Join Drayton Hall for an Exclusive Trip to Bermuda

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Exploring the Colonial Transatlantic World: A Curated Tour of Bermuda with Drayton Hall


Join us as we depart Charleston for another influential colonial destination: Bermuda. First settled in the early 17th century, this “jewel of the sea”, with its turquoise waters, pink sand beaches, vibrant cultural heritage, and refined hospitality, continues to beckon visitors 400 years later. This very special six-day excursion includes tours of private homes and collections, exclusive access to Parliament, luxury accommodations at a private beach resort, and much more. An extraordinary immersion in Bermuda’s rich history that will be led by the staff of Drayton Hall, A Curated Tour of Bermuda offers a unique opportunity to pursue your passion for historic architecture, breathtaking landscapes, and unique material culture. We hope to see you there!

Price Per Person:
$4,199 for Friends of Drayton Hall (based on double occupancy)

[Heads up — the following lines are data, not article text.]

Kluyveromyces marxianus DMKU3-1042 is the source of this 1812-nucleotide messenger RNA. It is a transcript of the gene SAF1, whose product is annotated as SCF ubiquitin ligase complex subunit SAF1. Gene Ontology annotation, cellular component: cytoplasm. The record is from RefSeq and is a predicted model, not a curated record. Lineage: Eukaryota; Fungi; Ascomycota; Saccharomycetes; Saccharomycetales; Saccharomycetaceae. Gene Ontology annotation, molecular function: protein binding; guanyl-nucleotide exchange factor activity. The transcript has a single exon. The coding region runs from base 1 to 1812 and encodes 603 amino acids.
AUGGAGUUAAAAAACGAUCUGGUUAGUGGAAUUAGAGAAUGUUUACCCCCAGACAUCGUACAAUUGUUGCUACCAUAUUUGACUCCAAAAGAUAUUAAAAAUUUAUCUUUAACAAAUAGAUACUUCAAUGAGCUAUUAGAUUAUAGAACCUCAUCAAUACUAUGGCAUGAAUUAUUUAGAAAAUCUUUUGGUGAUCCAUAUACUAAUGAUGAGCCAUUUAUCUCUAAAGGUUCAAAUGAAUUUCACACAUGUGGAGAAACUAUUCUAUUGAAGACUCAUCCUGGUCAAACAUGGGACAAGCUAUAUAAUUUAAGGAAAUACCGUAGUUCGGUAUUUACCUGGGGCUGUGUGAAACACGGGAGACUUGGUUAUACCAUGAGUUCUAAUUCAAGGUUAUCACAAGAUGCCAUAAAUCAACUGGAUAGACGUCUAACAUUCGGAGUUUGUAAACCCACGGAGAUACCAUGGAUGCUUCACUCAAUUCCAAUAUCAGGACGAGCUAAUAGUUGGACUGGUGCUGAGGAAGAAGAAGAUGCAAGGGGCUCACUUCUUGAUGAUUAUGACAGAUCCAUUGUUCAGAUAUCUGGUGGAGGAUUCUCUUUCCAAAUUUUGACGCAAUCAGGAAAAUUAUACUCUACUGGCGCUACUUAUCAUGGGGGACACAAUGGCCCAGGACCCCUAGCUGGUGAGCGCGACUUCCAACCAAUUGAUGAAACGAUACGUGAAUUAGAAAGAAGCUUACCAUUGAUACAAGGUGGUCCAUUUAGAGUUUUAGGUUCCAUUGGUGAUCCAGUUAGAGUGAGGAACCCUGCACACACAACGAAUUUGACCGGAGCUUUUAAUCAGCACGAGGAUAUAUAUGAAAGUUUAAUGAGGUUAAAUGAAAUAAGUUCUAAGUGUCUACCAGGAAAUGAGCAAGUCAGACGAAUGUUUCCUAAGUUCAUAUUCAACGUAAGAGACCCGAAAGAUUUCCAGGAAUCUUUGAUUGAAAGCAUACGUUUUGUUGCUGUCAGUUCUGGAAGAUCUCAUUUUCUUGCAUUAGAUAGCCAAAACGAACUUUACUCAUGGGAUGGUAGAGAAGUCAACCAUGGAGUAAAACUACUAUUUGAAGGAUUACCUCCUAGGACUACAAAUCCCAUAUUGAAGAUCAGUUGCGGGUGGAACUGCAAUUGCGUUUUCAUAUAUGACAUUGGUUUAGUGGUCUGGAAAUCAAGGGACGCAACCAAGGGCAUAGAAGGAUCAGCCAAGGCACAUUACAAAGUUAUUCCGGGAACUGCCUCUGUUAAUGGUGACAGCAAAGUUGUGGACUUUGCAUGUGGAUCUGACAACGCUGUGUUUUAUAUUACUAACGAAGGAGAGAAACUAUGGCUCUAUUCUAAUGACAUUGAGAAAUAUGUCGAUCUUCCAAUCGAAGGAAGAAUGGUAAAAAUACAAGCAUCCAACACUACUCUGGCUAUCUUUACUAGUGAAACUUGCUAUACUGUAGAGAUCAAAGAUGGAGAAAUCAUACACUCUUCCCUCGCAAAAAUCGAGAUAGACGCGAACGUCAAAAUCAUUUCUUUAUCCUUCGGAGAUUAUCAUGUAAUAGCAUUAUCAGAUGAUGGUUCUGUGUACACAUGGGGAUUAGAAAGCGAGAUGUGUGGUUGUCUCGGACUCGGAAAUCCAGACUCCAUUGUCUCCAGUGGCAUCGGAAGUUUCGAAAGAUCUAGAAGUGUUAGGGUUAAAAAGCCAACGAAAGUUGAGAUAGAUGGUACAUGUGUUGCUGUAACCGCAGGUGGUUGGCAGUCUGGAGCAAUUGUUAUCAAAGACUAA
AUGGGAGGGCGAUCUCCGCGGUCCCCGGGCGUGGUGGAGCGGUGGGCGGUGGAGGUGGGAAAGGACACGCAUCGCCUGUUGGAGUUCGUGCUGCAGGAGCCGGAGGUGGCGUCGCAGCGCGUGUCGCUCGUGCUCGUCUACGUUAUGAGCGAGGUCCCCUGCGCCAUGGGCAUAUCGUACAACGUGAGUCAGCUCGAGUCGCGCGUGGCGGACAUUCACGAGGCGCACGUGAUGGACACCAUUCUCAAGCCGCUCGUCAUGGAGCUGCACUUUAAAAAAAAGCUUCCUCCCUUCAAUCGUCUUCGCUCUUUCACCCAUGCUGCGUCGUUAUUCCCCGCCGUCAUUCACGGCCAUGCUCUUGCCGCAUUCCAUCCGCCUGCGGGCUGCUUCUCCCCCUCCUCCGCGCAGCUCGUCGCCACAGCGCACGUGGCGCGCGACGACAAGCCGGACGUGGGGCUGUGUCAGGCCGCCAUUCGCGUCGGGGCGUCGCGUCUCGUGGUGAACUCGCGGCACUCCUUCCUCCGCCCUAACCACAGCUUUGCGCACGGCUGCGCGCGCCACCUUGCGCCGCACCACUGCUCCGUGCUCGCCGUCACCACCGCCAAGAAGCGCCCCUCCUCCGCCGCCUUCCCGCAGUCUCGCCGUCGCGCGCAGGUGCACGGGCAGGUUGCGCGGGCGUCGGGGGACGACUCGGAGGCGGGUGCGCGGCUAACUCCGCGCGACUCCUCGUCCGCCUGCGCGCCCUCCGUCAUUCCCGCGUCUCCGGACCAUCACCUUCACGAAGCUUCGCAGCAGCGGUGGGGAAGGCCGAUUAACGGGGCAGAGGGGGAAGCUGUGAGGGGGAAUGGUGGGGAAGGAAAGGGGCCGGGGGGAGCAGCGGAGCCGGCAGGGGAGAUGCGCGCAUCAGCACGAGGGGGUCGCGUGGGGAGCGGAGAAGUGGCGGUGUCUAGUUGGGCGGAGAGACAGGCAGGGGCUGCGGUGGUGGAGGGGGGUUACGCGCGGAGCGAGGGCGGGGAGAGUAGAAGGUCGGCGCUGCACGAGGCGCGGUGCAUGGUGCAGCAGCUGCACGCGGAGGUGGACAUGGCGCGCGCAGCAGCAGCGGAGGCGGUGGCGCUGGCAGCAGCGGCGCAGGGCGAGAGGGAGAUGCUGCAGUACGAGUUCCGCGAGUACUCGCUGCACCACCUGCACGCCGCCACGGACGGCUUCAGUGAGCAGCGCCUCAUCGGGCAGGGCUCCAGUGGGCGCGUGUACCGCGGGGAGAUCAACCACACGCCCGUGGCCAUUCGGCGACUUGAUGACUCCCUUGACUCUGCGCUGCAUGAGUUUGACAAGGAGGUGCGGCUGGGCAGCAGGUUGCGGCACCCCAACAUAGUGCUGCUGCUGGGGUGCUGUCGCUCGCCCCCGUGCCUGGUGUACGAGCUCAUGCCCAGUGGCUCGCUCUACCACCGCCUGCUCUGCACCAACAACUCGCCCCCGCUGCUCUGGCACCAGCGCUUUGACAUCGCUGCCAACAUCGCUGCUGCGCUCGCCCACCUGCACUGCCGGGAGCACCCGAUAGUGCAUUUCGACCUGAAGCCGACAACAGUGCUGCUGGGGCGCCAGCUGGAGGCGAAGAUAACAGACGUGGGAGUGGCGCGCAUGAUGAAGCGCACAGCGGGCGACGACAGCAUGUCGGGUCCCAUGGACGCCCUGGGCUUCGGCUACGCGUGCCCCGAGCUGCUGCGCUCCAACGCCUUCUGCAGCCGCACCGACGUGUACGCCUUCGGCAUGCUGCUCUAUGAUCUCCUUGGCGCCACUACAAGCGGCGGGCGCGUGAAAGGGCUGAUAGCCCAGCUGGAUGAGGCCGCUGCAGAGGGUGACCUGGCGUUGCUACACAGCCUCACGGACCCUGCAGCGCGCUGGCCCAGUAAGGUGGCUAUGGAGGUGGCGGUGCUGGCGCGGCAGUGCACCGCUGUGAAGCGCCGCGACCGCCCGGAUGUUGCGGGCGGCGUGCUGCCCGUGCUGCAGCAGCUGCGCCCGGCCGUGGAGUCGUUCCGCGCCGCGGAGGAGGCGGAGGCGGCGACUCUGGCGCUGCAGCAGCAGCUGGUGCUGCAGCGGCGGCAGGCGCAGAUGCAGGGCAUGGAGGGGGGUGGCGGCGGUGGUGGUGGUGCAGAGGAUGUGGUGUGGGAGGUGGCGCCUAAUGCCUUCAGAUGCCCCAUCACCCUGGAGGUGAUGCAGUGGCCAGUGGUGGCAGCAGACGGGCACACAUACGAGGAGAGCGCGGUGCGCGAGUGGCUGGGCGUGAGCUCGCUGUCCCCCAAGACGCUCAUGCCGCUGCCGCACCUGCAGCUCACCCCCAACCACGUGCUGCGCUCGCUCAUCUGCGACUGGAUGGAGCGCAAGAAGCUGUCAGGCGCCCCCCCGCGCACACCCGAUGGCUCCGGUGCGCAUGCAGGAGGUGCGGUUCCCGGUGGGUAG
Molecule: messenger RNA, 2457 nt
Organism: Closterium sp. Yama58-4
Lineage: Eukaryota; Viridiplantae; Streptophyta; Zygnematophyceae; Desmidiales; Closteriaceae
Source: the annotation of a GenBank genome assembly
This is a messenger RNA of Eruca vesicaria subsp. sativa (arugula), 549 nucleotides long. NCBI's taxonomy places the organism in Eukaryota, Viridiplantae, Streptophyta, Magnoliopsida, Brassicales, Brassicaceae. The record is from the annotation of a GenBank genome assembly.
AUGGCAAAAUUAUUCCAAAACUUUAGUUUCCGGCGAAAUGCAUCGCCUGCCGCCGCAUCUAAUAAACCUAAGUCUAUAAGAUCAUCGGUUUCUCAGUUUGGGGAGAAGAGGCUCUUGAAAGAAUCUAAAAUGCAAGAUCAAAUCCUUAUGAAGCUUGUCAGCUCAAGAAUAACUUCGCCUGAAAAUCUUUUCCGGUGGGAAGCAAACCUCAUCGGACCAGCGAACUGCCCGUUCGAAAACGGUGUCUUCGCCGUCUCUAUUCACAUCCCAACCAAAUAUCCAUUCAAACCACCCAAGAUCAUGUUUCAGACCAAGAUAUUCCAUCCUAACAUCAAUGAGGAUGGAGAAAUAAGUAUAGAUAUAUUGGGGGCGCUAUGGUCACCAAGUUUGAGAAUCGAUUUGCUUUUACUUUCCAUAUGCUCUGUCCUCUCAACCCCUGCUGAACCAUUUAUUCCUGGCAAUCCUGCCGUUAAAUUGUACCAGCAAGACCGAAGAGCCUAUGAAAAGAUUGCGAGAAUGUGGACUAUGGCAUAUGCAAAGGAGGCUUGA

$4,699 for Non-members
Single supplement available upon request.
Space is strictly limited. Priority responses by Friday, July 31st.

What’s Included:
5 breakfasts, 2 lunches, and 4 dinners (11 meals total)
Accommodations, land transportation, tour fees, daily breakfast, and four dinners.
Air Transportation not included.

The exclusive Coral Beach Club, 5 nights
This trip requires a passport.

For booking and more information, contact Bryan Buck, AAA Travel at 843-766-2394, x12014, or 

Space is strictly limited (maximum of 30 guests). Priority responses by July 31st.

To download a sample itinerary (subject to change), click here.

Coral Beach Club

The Coral Beach Club

Sunset at St. Georges and Coral Beach Club

TOP: Historic St. George’s Island, an UNESCO World-Heritage site. BOTTOM: Private beach at the Coral Beach Club